louisianablue2000 Thu 16-May-13 17:50:25

It's very common where I'm from (north of Scotland), my cousin would go for a walk round town with her PFB if she needed some loose change. We now live in the (English) north east and it has never happened to me here, and I'm quite happy to chat to random old folk about the bairns.

OP relax, it was just a nice gesture. Nothing sinister about it at all.

sashh Fri 17-May-13 07:09:33

but apparently it's lucky to put it in the child's palm

It's superposed to show what the child will do with money as an adult, if they hold on they will be a saver, if they drop it the will fritter money away - eating it confused

One thing my Geordie Nan used to do was stick a 10p coin into any Champagne corkscrew used for Celebratory things then give it to the youngest child. Anyone else know of this?

Not to give to a child but for luck, or to mark a celebration so if you order champagne to celebrate getting engaged someone should do the coin (silver) in the cork for you to keep.

LoveBeingUpAt4InTheMorning Sat 18-May-13 08:05:50

A sad sign of the times that something do innocent has now got this sort of reaction.

An old gent at church used to bring me sweets every week, guess he must have been trying to groom me hmm

pumpkinsweetie Sat 18-May-13 08:20:32

It sounds as though it was just a lovely gesture as your boy had been excellent in his behaviour.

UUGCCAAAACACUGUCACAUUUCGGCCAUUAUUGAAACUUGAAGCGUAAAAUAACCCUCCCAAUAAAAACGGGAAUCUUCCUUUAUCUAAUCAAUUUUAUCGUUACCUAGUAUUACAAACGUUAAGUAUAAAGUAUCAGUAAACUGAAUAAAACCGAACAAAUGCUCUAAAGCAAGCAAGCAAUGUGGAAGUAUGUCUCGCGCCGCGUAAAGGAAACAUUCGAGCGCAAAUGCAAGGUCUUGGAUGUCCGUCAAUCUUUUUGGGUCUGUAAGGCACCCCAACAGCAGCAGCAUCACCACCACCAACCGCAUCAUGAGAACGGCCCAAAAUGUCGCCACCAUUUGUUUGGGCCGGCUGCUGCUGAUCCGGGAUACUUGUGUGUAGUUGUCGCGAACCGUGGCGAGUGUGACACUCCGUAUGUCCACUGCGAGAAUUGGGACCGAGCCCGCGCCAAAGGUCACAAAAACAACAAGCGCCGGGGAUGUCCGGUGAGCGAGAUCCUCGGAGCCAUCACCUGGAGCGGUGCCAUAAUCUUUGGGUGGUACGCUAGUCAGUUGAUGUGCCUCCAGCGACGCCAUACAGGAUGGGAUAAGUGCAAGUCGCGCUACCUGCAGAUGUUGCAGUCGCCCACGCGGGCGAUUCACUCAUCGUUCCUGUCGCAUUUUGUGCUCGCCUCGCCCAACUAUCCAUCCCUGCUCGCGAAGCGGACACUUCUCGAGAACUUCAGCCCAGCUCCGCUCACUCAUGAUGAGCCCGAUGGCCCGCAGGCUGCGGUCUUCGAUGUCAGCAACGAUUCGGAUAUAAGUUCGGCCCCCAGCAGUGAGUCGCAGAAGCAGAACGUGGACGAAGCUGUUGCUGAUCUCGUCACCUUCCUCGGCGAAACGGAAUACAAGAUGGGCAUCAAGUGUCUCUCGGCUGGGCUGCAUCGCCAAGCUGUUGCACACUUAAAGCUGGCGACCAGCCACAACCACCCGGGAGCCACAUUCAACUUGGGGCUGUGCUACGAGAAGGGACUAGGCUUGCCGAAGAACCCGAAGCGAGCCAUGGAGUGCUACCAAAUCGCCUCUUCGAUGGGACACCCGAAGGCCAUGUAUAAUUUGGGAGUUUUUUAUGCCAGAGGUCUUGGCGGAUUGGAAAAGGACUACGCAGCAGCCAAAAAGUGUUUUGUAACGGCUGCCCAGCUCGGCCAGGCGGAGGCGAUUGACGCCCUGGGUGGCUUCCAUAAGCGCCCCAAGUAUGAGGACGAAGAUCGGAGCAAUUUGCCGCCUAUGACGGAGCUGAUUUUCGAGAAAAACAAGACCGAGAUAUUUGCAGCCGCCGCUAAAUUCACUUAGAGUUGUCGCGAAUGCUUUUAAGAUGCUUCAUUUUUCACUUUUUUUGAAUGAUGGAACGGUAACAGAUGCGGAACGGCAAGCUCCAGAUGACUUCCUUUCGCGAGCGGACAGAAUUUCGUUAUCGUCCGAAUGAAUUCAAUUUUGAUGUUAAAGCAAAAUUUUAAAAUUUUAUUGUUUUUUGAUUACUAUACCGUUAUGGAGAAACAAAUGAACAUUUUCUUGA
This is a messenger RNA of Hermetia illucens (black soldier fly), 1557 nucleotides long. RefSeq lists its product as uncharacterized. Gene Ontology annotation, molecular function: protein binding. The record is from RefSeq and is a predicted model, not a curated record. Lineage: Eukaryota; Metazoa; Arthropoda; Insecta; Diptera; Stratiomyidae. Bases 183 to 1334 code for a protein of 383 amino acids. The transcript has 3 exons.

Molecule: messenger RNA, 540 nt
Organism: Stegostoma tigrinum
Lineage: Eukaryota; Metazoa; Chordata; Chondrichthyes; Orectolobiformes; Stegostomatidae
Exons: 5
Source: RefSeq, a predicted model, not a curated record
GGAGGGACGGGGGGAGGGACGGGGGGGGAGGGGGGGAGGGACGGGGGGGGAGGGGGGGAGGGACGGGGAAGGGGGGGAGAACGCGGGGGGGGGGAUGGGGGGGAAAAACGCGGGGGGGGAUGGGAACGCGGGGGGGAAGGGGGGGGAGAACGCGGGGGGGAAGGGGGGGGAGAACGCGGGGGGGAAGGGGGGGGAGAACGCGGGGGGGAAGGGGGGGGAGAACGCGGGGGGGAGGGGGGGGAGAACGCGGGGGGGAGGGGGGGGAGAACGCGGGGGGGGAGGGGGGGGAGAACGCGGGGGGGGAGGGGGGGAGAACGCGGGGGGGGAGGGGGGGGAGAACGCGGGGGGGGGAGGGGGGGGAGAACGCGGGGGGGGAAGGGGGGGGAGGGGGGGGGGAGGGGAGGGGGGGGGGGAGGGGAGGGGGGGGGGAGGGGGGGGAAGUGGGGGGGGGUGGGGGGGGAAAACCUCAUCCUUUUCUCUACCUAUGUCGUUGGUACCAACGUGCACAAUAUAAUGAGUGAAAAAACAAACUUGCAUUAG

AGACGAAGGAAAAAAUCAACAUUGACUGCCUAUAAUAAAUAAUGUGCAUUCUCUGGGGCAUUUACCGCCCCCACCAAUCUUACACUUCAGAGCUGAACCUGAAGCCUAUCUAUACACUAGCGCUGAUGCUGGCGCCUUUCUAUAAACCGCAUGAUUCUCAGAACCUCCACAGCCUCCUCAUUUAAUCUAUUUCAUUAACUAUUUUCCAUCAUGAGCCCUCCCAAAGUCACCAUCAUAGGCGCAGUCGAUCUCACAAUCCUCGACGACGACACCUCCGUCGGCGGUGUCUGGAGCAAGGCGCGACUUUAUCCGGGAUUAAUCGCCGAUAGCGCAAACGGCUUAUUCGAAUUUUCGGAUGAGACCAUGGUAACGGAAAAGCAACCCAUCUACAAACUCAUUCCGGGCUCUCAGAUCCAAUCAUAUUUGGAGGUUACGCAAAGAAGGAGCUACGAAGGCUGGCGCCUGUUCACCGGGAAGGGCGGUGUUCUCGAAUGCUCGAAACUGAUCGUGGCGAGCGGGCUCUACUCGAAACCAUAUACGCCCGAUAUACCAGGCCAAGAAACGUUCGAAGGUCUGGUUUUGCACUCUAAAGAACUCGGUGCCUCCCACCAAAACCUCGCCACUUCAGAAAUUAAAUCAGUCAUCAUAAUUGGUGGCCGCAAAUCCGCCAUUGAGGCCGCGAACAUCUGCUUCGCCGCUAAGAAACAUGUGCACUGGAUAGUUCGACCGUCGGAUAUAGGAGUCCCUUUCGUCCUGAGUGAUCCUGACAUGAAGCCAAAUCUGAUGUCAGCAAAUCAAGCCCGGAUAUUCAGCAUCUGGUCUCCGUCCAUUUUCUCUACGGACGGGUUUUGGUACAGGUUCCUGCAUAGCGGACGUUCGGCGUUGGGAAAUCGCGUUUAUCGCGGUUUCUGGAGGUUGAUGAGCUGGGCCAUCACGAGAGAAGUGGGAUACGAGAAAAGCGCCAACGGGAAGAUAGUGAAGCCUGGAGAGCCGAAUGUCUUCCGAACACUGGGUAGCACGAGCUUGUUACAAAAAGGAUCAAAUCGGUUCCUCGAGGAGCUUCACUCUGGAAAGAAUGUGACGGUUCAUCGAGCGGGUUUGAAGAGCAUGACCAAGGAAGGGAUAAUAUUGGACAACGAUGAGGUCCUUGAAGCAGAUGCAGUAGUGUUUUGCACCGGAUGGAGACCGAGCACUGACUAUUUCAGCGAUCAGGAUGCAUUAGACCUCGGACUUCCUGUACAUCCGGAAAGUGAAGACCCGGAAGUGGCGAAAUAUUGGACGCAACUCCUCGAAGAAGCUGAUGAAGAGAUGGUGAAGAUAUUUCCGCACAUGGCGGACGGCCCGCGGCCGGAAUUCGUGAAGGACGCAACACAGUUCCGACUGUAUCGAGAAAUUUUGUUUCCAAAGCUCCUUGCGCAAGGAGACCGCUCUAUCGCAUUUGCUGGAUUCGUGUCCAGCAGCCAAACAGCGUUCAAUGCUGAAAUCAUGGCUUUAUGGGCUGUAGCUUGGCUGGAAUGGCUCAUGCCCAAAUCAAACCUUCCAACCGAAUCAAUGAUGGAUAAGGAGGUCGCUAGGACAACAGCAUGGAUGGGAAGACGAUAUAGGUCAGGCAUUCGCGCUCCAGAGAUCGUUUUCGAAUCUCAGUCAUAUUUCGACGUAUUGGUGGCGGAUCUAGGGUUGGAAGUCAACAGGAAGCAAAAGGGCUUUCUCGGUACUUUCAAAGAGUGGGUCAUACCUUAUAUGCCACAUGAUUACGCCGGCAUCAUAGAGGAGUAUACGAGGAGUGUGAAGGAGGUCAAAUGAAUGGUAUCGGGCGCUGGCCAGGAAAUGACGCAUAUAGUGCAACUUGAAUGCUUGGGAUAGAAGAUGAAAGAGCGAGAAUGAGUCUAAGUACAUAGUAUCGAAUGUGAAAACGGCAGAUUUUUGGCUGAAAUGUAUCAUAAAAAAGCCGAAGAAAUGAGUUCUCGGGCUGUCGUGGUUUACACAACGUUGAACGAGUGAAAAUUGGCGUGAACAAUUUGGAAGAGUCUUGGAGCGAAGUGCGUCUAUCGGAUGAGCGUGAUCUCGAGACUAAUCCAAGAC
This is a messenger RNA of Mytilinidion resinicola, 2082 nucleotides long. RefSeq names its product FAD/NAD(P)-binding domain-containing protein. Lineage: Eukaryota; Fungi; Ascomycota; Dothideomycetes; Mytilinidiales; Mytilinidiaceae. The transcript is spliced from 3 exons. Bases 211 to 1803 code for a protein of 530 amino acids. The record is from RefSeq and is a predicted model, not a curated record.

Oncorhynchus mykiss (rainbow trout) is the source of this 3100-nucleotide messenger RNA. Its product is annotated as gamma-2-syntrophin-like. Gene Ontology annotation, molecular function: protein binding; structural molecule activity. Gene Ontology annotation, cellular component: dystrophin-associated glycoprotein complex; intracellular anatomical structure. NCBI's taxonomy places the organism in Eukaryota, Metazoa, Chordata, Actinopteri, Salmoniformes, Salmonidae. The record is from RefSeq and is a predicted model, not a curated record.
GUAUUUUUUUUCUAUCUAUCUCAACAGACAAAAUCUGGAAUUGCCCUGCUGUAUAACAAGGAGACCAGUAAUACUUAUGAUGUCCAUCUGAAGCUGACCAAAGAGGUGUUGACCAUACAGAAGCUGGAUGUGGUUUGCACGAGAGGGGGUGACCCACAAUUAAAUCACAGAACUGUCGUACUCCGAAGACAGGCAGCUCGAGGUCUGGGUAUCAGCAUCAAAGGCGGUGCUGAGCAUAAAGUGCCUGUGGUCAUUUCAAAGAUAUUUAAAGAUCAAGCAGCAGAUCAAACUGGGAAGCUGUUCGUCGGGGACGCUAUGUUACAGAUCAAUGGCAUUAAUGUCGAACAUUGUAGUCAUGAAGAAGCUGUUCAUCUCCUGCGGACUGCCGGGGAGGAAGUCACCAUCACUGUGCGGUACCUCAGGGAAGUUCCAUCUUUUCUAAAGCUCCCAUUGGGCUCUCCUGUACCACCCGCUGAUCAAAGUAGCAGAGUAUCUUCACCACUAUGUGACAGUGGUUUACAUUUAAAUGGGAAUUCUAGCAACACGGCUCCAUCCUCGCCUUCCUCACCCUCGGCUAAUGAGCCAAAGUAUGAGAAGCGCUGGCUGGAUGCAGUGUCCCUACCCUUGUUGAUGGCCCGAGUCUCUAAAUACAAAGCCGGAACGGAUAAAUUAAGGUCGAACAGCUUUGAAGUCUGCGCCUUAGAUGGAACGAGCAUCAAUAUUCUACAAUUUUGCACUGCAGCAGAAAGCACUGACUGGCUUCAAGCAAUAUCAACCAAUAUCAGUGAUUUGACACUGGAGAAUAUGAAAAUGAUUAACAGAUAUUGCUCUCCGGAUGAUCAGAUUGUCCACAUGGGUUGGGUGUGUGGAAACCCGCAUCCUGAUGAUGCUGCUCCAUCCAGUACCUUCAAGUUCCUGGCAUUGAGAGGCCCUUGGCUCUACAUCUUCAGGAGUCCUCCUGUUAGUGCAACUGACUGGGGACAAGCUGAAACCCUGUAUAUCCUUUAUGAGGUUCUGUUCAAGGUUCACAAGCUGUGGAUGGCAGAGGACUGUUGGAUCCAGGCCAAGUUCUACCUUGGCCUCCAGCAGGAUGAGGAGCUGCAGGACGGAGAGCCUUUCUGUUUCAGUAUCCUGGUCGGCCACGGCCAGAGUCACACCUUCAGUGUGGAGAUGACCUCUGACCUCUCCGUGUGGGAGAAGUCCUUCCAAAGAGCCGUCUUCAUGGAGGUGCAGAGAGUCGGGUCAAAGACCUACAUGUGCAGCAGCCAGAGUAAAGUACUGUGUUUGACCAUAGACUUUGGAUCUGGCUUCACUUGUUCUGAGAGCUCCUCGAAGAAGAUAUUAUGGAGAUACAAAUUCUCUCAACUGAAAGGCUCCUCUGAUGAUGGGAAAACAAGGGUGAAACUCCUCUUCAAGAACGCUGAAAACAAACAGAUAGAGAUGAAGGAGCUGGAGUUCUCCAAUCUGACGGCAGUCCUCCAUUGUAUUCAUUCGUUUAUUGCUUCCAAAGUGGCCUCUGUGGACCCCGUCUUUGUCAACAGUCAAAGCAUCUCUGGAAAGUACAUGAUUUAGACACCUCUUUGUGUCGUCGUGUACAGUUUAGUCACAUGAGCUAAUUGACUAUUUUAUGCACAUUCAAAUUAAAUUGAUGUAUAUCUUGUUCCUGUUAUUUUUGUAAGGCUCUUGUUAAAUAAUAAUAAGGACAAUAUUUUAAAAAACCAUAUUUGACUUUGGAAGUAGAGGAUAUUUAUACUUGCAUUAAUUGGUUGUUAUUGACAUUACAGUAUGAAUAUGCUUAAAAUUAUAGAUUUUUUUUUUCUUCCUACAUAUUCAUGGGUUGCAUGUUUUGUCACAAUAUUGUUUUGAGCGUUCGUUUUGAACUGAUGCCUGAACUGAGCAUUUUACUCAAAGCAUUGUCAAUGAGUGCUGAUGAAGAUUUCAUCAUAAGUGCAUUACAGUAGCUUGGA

Years ago it was tradition for older folk to produce a pound coin from begind a child's ear.

If this was a child out alone, then yes I would find it suspect but considering you we're with your child I can't see why you would assume anything other than gratefulness tbh.

PastaBeeandCheese Sat 18-May-13 08:22:10

YABU. As OPs have said he was just being nice. It has never occurred to me that anyone would mind this.... DD has been given coins before by people who have said she has made their day with her antics.

In fact I once gave a 5 Euro note to a little girl on a flight who made me laugh the whole time. I told her it was for ice creams on her holiday. I hope her parents didn't think I was a weirdo child catcher.

Selks Sat 18-May-13 08:27:58

I think things like this are really sweet actually. My grown up son still remembers fondly the day a market stall holder gave him the hugest strawberry from the pile on the stall.

greenformica Sat 18-May-13 08:32:31